Tuesday night (July 26), Bill Clinton, the husband of presidential nominee Hillary Clinton, took the stage at the Democratic National Convention to honor his wife’s historic achievement. Bill’s stately-but-approachable appearance and middle-of-the-road fashion choices make him a terrific candidate for the supporting role of first spouse of the United States. (He was also the 42nd president of the United States.)
He may lack current first lady Michelle Obama’s upper arm strength, but he makes up for it with a nice head of hair.
We’ve yet to read an interview with the person who styled Bill’s silver locks for last night’s DNC appearance, or even see a brief in Women’s Wear Daily or GQ crediting the designers who dressed him for the occasion. Did he buy his suit online, like Melania Trump’s Net-a-Porter-purchased Roksanda last week? Did he go to a store? Work directly with a designer? We just don’t know, which means it’s going to be really difficult for this particular navy suit to sell out, as so many of the dresses worn by Michelle Obama have over the past eight years. Was it Hickey Freeman? Hart Schaffner Marx? Again, we just don’t know.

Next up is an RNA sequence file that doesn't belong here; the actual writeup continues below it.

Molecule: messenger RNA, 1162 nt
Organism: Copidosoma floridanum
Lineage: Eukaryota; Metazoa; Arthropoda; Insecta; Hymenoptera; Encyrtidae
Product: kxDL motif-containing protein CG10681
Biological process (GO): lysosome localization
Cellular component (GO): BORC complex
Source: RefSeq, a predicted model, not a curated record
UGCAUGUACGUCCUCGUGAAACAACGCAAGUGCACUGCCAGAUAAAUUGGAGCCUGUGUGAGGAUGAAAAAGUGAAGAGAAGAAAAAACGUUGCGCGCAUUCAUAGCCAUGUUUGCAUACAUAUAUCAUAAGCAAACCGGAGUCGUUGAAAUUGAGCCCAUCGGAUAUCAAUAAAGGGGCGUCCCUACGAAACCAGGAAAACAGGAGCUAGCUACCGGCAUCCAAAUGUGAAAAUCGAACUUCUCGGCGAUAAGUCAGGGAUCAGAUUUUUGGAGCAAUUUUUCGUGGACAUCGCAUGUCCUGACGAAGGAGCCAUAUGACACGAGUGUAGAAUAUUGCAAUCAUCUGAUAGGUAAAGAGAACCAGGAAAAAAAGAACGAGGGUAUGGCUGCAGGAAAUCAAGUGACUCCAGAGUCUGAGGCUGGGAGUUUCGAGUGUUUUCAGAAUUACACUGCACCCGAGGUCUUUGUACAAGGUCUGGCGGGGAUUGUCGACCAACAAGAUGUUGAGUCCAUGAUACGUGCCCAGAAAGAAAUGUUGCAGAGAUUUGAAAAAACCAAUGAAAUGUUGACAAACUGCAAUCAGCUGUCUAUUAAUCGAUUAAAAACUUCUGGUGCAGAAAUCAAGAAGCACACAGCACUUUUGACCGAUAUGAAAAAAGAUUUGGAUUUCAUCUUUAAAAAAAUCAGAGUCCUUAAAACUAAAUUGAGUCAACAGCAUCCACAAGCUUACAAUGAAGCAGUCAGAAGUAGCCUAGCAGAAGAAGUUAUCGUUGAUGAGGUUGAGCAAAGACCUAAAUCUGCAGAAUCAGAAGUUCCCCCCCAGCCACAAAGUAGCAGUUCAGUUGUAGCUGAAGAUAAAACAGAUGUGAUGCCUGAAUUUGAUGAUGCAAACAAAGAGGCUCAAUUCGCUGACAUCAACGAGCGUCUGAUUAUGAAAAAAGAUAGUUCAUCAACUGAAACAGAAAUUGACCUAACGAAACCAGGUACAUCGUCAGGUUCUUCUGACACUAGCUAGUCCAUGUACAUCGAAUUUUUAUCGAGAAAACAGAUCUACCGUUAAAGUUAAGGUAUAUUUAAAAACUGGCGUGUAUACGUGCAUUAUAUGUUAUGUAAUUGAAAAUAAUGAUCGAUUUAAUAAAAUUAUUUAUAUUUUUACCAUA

Here’s what we do know: Clinton’s suit was navy blue, and he wore a tonal cobalt tie in a shade similar to the Christian Siriano dress Michelle Obama wore the night before. (Some noted then that the dress matched the stage’s background. Clinton’s tie did too!) The suit had two buttons, a notch lapel, and full-cut trousers that broke substantially over his shiny black dress shoes. One might have even called it a “pantsuit.”
The LA Times’ Adam Tschorn noted that although we don’t know who made this suit, “if you stare at it long enough, a subtle tone-on-tone stripe becomes apparent.” Clinton accessorized with a watch Tschorn identified as a 47mm blue-faced Runwell watch by Shinola—a $550 Detroit-made timepiece. (It’s apparently patriotic enough for Clinton, although the FTC has its doubts.) The potential first gentleman also adorned his lapel with a Hillary campaign button. For jewelry, he wore his wedding ring.
As a fashion moment, it might have been a little underwhelming, but as a historical one, it was not. Clinton’s look stated clearly: I’m with her.